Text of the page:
Sunday, April 4, 2010

nervous laughter

   When I was eighteen months old, I was afraid of the lawnmower.  I pronounced it "mum-ower" and, legend has it, would dance in circles around the thing, pointing at it and shouting "MUM-OWER!" while laughing in an exaggerated manner.  So my tendency to laugh at fears I can't fully articulate is nothing new and I wasn't really surprised when my first therapist observed that I use humor as a coping mechanism. 

   A couple of weeks ago, my husband (who I call "Hotter" on my blog, short for "He Of The Ring" after I introduced him here) had a seizure.  He had a stroke after his transplants due to polycythemia, and the scarring in his brain occasionally triggers them; while this was the first time he's had a seizure since we moved in together, we both knew what to do.  I grabbed him a couple of Valium and he laid down on our bed, and I sat next to him touching his fingertips and made bad jokes while we waited: "You are SO INCONSIDERATE," I informed him.  "I am on a deadline and you could at least have done this while there was still enough snow on the ground to roll you outside and let you make angels for the kids!"  Because he was diabetic prior to his transplants, and has had a lot of eye surgeries, the pupils of Hotter's beautiful green eyes are permanently two different sizes.  When it was over, I asked him what I should do: "Should I check to see if your pupils are even--OH WAIT, I CAN'T, DO YOU SEE HOW DIFFICULT YOU MAKE EVERYTHING FOR ME?"  We laughed a lot.

   My kids' therapist recently started working with us all as a family.  The boys are getting comfortable with their stepfather, and vice versa, which means there is plenty to discuss.  Before the first session where he participated, Hotter kept making jokes about things he'd say to the therapist about beatings and establishing dominance, and when we walked into the counselor's office, he just came right out and said "she's worried that I'm going to make us look bad by making inappropriate jokes," and we proceeded to have our first fight ever right then and there on The Couch, and OH MY GOD.  Family therapy is educational, y'all.  You get to see how irritating your own habits can be as your loved ones model them.  Good times!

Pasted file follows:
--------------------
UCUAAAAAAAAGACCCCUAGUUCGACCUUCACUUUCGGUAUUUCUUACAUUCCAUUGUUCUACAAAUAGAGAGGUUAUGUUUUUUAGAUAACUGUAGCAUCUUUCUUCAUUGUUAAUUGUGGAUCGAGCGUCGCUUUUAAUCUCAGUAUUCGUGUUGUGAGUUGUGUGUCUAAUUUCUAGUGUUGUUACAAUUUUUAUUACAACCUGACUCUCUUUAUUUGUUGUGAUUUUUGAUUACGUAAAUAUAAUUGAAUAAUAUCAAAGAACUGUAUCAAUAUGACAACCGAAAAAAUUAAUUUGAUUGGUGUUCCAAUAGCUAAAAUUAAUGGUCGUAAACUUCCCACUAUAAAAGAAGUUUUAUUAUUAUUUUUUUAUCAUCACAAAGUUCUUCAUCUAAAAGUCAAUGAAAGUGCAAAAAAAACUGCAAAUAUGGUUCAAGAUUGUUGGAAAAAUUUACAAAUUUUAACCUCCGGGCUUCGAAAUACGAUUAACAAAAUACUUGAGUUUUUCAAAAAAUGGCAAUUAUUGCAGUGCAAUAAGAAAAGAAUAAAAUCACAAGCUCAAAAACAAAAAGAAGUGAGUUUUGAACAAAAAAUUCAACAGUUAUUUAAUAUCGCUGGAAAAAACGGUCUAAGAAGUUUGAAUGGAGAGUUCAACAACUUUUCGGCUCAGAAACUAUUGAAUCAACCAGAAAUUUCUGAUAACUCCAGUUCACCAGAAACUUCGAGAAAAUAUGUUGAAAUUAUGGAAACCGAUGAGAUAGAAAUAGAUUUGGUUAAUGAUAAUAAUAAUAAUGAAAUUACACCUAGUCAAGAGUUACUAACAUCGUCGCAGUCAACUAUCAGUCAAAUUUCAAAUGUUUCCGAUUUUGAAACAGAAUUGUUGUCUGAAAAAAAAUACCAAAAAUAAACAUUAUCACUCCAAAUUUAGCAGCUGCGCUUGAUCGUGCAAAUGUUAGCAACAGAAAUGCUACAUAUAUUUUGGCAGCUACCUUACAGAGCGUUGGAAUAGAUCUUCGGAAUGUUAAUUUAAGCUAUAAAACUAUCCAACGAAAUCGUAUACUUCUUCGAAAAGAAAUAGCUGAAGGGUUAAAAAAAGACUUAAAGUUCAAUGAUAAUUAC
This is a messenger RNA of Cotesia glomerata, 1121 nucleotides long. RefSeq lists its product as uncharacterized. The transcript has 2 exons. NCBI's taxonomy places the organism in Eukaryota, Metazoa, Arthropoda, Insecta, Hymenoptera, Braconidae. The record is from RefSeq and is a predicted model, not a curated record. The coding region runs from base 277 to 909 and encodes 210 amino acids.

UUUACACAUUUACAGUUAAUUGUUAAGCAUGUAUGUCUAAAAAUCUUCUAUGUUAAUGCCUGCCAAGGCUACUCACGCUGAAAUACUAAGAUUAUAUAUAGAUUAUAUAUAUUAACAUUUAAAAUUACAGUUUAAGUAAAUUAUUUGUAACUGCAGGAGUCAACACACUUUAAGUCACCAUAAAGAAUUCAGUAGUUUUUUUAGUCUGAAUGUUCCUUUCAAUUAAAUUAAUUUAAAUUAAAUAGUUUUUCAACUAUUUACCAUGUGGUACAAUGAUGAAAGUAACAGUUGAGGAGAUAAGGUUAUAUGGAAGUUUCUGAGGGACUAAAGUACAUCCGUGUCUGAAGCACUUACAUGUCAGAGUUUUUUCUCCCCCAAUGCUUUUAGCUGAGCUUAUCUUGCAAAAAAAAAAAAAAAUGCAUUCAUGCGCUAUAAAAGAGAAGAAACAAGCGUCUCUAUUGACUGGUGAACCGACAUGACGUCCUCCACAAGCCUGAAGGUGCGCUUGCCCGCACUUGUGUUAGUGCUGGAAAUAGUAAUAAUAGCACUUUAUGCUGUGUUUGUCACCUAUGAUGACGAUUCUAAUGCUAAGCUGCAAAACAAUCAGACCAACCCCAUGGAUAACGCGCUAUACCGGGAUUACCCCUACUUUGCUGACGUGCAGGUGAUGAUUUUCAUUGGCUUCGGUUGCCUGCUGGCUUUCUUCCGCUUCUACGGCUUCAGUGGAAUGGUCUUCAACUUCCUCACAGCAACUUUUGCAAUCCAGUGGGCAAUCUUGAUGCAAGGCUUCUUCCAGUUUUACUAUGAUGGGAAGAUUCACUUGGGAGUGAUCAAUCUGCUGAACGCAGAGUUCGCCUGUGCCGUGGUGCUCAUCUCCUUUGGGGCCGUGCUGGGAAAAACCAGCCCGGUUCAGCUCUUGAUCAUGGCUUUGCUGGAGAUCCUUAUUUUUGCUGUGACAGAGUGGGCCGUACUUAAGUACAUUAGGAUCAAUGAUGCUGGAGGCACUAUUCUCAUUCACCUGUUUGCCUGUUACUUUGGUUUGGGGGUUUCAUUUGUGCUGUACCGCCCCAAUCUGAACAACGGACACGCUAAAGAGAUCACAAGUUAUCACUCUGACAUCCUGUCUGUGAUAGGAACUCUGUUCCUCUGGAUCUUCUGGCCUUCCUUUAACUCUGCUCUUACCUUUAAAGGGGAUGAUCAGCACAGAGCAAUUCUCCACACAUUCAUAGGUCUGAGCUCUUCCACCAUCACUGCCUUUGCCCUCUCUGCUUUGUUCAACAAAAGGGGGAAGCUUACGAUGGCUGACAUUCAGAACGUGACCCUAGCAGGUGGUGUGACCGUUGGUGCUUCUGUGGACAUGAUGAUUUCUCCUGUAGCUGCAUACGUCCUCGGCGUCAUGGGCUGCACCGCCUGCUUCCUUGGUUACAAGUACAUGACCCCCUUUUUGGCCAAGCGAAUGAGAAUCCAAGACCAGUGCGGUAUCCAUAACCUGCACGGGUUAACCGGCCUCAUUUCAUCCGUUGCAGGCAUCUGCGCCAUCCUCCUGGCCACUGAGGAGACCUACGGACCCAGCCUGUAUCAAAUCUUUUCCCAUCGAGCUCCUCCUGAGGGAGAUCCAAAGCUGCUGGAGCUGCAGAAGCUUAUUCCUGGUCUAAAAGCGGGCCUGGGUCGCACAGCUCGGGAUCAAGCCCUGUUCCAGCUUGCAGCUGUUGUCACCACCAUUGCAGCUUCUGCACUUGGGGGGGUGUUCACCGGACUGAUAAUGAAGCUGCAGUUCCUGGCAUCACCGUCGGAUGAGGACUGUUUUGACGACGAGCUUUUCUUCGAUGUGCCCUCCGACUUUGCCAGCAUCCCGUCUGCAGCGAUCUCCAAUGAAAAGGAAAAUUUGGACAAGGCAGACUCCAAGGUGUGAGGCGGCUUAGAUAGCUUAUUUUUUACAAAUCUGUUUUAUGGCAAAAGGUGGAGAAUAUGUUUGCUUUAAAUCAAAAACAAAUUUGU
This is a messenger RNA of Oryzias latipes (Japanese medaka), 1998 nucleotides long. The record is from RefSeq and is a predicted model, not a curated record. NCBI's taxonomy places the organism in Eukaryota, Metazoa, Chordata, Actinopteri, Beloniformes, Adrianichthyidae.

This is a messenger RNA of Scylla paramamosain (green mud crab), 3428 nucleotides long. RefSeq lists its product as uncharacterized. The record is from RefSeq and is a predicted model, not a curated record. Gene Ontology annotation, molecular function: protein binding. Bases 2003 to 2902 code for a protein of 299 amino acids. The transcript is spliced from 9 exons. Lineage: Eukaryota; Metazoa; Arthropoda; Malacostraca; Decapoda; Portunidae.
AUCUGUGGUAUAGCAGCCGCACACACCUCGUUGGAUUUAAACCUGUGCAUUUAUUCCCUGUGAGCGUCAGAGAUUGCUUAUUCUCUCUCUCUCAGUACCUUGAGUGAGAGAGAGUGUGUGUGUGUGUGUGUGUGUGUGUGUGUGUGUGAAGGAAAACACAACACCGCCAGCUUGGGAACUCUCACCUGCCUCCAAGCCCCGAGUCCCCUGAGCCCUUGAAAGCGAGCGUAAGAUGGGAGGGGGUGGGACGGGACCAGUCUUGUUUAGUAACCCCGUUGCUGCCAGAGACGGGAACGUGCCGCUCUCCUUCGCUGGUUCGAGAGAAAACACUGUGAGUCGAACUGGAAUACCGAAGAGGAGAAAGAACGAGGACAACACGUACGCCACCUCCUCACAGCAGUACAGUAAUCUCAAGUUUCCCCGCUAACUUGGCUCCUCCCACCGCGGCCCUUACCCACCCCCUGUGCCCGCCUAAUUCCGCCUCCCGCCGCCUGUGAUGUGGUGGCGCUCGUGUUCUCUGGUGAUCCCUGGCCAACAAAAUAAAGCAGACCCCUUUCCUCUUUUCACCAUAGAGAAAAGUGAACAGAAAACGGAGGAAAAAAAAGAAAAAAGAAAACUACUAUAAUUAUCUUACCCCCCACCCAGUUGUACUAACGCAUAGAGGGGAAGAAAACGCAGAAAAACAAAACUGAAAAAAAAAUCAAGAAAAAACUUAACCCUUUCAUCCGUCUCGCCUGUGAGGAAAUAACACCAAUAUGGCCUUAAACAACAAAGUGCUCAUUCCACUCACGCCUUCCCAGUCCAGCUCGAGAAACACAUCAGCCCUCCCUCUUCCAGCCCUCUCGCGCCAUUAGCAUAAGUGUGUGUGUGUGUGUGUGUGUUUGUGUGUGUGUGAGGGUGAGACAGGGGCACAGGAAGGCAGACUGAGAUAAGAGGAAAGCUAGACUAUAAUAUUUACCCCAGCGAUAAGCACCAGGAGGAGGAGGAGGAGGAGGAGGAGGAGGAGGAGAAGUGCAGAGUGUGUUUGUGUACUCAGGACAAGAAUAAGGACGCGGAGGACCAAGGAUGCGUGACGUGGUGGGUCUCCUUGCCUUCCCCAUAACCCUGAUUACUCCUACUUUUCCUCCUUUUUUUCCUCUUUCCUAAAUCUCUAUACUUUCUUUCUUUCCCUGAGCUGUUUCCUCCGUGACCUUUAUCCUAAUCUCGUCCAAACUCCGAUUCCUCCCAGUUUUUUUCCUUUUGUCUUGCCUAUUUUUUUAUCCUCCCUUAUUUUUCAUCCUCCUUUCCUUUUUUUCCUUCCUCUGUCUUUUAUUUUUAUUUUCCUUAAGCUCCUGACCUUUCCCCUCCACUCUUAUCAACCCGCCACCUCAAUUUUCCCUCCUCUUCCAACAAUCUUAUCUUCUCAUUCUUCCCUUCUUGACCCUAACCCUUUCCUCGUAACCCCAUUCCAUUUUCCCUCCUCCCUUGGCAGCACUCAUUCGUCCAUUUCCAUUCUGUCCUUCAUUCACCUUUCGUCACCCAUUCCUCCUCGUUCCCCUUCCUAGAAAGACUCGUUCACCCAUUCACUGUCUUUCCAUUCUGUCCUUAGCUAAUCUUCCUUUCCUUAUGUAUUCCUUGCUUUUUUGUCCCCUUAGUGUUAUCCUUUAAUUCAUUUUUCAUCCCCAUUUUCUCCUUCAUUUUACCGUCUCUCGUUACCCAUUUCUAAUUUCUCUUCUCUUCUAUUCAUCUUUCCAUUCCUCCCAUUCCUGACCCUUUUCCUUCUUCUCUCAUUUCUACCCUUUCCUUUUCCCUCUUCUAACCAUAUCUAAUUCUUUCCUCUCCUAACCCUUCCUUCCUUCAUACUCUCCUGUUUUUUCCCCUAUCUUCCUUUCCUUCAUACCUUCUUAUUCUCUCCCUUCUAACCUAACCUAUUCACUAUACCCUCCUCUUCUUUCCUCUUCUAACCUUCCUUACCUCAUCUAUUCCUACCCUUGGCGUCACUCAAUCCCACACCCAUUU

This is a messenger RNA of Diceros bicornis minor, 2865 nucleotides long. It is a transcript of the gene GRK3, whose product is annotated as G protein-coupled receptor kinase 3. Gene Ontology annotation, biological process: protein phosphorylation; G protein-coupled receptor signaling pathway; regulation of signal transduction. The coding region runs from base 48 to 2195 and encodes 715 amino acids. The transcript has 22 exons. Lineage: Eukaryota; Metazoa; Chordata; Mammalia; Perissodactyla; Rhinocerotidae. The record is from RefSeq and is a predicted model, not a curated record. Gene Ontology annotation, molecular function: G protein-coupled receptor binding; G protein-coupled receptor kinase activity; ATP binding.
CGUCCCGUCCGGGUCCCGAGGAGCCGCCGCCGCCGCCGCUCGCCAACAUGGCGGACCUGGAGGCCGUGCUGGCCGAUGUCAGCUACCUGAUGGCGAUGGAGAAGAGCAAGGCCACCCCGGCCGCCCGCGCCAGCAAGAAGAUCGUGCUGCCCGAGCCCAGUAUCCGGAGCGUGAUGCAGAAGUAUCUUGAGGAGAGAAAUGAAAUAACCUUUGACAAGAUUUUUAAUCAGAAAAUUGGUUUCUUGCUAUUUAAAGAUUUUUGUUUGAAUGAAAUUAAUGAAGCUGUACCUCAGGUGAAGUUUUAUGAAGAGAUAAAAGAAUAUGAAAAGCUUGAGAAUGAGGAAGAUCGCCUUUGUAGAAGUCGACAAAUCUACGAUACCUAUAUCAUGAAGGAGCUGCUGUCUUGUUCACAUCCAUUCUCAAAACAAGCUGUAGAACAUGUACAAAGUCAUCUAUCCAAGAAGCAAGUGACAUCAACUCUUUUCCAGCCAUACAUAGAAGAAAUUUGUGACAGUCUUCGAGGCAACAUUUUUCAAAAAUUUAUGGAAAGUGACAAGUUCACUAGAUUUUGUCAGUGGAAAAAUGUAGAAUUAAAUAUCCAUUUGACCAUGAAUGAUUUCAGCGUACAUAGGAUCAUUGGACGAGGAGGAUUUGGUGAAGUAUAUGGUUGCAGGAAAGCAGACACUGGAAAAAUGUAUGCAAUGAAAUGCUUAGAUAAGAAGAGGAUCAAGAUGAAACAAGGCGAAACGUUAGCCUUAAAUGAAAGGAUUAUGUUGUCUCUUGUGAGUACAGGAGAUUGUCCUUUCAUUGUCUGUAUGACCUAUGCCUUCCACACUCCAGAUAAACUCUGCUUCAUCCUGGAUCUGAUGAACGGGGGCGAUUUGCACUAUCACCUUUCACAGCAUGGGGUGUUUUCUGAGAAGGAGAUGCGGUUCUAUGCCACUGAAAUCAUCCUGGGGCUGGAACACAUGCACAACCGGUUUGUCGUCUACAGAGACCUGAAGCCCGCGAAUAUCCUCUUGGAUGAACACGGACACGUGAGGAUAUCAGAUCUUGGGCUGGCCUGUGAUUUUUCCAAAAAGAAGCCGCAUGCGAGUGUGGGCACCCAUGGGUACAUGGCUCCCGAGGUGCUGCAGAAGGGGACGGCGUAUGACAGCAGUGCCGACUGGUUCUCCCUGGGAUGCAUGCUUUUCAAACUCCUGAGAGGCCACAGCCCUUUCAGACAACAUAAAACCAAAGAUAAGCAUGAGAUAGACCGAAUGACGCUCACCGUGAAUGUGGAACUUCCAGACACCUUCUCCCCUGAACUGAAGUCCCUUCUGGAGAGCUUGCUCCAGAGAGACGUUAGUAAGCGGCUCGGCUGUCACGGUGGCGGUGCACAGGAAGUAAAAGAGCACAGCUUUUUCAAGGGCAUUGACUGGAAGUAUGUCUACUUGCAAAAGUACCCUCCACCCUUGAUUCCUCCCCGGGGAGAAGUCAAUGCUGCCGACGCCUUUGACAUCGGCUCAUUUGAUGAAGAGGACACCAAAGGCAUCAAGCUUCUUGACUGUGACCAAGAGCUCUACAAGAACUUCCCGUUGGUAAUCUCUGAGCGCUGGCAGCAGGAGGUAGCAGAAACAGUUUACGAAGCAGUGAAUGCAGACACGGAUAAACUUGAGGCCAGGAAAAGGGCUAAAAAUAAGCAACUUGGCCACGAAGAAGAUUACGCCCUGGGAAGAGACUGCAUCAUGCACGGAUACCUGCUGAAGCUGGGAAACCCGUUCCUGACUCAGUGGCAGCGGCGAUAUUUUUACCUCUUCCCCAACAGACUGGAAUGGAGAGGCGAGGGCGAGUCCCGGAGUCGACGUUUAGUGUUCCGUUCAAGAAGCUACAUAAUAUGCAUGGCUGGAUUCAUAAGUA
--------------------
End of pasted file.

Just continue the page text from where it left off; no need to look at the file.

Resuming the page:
Apparently we're both more worried about Hotter's new role as the custodial co-parent and effective male role model of my kids than we realized, and need to stop dancing in circles around that laughing and talk about it. 

   Do you ever laugh at things that aren't really funny?



MFA Mama copes with her daily life through inappropriate humor at her personal blog here.

1 comment:

  1. I do tend to giggle nervously sometimes. One incident that comes to mind is the day my dog fell down some stairs. I was a teenager at the time, and I think I was so relieved she wasn't hurt that I had to repress my laughter. My mom was nearby and I'm not sure she would've understood. Anytime I have that quick adrenaline fear response it is possible that I will laugh unexpectedly. I've been wondering about this with my daughter, too. She laughs unexpectedly a lot, and it always makes me wonder if she is afraid or confused by strong emotions and just can't help herself.